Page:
Sunday, June 23, 2019

Q&A with Margaret Verble

Margaret Verble is the author of the new novel Cherokee America, set in 1875. She also has written the novel Maud's Line. An enrolled citizen of the Cherokee Nation of Oklahoma, she lives in Lexington, Kentucky.

Q: Cherokee America is inspired by your own family history. What's the blend between the fictional and the historical in the novel?

A: The plot lines of Cherokee America are pure fiction. To my knowledge, none of the characters based on real people ever got themselves into the kind of messes I’ve created for them in the book.

However, the fiction is planted in real locations, life histories, and relationships. For instance, the bawdy house is real. I’ve been on its porch many times. And the ominous black thunder cloud that appears over the Bushyhead detachment of Cherokees as they start their journey on the Trail is a documented fact.

Also, Nannie Cordery, who carried the same name in real life, really was, as a small child, picked up by the Cherokees somewhere in Arkansas. But was she given away accompanied by a ham? Not to my knowledge. That’s fiction.

Q: In a New York Times review of the book, Melissa Lenhardt writes, "Cherokee America is an essential corrective to the racially tinged myths created to justify the annihilation of indigenous cultures and the theft of native lands." What do you think of that assessment?

A: I was pleased when I read that. That’s exactly what I intend. I also intended, as Lenhardt points out, for the book to be about Cherokee culture, not just about a single person. I am one of many, many citizens of the Cherokee Nation trying in every way possible to salvage our culture, save it for generations to come, and bring its importance into the awareness of the American mind. 

Q: What does Check's life indicate about the role of women in Cherokee culture of the time period?

A: I’m not sure it says that much. When the book opens, Check’s husband is dying. Like all loving spouses in that situation, a lot of her energy is focused on his illness. That’s not because she’s a Cherokee, that’s because she’s a person. She’s also the mother of five children who are affected by their father’s death. Again, her responsibilities are those of any parent of any culture.

However, I know some readers would like for Check to be sort of a Wonder Woman, who leads the charge to right all wrongs. But that notion is based in a European myth of the individual hero that is currently a fantasy particularly in vogue for women.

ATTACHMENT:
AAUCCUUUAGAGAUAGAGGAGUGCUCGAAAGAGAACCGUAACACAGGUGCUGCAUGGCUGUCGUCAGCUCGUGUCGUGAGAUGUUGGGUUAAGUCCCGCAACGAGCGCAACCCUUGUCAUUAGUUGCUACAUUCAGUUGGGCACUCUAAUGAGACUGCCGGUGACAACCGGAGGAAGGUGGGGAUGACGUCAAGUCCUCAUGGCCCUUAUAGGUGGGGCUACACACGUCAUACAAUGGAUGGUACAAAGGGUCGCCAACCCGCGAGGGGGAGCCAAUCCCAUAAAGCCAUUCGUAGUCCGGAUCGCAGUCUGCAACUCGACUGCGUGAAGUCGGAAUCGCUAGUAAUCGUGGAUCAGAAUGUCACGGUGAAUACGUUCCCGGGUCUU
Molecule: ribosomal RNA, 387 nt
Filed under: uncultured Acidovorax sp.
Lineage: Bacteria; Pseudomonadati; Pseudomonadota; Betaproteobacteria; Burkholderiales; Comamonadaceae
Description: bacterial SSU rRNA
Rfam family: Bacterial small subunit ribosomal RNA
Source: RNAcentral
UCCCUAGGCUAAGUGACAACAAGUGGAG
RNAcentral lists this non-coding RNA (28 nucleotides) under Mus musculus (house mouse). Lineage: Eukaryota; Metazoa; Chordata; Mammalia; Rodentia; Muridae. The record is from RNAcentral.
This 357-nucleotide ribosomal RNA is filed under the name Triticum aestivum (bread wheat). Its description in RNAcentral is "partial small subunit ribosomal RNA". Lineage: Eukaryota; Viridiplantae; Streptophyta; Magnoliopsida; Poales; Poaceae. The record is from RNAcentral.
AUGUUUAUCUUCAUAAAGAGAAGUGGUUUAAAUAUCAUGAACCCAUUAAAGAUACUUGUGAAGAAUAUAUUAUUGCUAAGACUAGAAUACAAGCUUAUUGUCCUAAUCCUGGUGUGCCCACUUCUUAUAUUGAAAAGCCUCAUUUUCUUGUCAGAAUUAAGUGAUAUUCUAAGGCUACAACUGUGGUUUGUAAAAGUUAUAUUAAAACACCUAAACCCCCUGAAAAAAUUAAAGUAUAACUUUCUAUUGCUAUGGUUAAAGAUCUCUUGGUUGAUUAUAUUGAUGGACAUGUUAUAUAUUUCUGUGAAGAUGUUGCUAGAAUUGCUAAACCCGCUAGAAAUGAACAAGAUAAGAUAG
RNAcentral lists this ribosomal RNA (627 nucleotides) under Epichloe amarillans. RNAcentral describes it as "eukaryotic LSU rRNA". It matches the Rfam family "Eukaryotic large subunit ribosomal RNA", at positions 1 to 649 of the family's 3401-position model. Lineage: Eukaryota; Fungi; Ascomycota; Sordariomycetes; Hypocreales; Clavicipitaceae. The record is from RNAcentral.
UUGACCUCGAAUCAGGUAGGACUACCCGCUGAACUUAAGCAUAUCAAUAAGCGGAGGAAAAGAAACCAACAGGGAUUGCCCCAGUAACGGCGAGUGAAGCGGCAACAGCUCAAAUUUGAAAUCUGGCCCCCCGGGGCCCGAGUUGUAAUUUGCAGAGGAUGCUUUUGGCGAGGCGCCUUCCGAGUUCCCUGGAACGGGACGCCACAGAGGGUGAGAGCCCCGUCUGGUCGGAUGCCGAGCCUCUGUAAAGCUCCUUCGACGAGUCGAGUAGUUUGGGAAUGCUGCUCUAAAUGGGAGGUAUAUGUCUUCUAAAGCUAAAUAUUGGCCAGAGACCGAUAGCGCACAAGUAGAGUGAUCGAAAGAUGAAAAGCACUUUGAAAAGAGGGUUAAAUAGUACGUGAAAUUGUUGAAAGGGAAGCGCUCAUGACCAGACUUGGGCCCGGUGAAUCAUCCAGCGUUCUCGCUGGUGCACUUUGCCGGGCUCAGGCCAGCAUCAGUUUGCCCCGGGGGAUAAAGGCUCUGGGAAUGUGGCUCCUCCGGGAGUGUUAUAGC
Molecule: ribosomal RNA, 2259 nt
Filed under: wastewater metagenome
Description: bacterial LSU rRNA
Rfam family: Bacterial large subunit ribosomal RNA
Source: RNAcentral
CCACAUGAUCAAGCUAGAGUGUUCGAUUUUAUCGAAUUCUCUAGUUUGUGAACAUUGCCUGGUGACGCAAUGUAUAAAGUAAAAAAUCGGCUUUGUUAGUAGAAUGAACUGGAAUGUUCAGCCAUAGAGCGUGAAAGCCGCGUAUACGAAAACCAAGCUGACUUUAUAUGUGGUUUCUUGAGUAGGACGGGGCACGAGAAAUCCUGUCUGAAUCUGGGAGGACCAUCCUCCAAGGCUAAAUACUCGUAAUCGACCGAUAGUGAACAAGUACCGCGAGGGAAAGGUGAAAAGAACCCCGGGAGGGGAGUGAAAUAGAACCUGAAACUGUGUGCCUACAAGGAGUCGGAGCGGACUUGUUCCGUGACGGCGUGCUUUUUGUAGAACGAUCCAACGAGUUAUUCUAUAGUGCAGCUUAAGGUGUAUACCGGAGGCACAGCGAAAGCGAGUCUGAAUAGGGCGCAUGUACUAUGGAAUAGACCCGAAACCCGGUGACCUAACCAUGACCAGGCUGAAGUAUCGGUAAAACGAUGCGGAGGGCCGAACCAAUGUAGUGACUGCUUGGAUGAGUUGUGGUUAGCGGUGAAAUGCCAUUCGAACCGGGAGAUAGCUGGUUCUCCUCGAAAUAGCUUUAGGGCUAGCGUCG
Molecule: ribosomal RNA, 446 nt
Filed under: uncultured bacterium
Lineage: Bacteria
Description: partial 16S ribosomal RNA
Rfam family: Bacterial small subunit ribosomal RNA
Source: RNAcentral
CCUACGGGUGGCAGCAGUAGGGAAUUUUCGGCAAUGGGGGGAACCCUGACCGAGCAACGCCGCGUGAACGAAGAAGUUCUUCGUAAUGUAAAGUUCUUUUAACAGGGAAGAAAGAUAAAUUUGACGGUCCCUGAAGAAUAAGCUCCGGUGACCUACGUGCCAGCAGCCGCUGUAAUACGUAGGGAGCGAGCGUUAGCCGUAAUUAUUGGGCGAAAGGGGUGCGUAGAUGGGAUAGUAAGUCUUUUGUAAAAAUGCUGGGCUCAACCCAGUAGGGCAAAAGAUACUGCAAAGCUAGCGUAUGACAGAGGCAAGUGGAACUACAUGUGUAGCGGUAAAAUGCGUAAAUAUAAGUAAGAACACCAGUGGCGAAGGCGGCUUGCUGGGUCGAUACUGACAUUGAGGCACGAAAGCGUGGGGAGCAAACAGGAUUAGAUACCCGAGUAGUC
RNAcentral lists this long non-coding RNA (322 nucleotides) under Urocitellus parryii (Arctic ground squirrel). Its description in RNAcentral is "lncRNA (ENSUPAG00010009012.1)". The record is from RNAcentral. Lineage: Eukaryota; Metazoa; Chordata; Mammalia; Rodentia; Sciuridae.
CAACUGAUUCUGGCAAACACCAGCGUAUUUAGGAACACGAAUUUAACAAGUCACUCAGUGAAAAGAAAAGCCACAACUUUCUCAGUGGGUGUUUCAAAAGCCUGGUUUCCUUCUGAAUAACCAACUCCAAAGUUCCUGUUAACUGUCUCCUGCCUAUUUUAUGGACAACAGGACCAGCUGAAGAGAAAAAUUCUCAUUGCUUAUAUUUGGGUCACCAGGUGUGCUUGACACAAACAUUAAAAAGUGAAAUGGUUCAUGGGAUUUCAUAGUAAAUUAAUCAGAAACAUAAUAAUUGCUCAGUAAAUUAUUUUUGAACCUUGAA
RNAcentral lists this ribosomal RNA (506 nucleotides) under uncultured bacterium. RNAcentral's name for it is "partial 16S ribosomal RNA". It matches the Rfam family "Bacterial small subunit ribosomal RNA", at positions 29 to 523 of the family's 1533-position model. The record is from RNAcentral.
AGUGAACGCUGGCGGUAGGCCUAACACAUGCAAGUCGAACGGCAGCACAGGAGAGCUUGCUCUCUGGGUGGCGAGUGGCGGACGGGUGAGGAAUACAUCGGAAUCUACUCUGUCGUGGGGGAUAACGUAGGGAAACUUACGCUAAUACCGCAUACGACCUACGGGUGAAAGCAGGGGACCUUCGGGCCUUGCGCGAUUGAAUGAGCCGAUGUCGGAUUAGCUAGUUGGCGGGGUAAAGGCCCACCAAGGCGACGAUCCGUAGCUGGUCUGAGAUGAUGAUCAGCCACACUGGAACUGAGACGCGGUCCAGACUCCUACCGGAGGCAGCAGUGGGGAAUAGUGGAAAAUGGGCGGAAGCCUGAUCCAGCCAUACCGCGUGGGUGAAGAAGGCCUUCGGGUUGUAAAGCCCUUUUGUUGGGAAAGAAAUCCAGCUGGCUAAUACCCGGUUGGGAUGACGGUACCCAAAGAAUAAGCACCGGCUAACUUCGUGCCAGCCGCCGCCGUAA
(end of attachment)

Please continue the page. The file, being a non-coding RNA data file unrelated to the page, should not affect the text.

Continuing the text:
In not doing that, Check is fully Cherokee. Acting in concert with others – not by yourself – is fundamental to the Native American way of life. And that’s what happens in the book. The whole community comes together to solve their problems. That’s one of the things that makes Cherokee America Native American, not White, literature.  

Q: What do you hope readers take away from the book?

A: I have found – somewhat to my surprise – that what people take away from books is largely based on what they bring to them. So I understand I don’t have much control over readers’ reactions. But I wrote Cherokee America to be entertaining and, I hope, funny, because people have choices about what they do with their leisure time and because nobody learns anything if they’re bored.

I’d also like White readers to understand a little bit about what their ancestors destroyed when they decimated Native American populations and cultures. And I’d like African American readers to expand their knowledge of their peoples’ struggle to include the Africans in Indian Territory, a subject not often mentioned in fiction or history books. For Native American readers, particularly young ones, I want them to see Indians don’t always have to lose.

Q: What are you working on now?

A: I like to write about the lost history of land I’m intimately familiar with. And I was raised in a neighborhood in Nashville that literally sits on the site of an old park zoo that was built over a Civil War battlefield and a desecrated Native American necropolis of 3,000 graves. That land was also owned at one time by the family responsible for the most notorious financial scandal to ever rock the South.

I’m trying to wrestle that material into shape. Some days, I come out on top. Some days, it does. 

--Interview with Deborah Kalb. Here's a previous Q&A with Margaret Verble.

1 comment: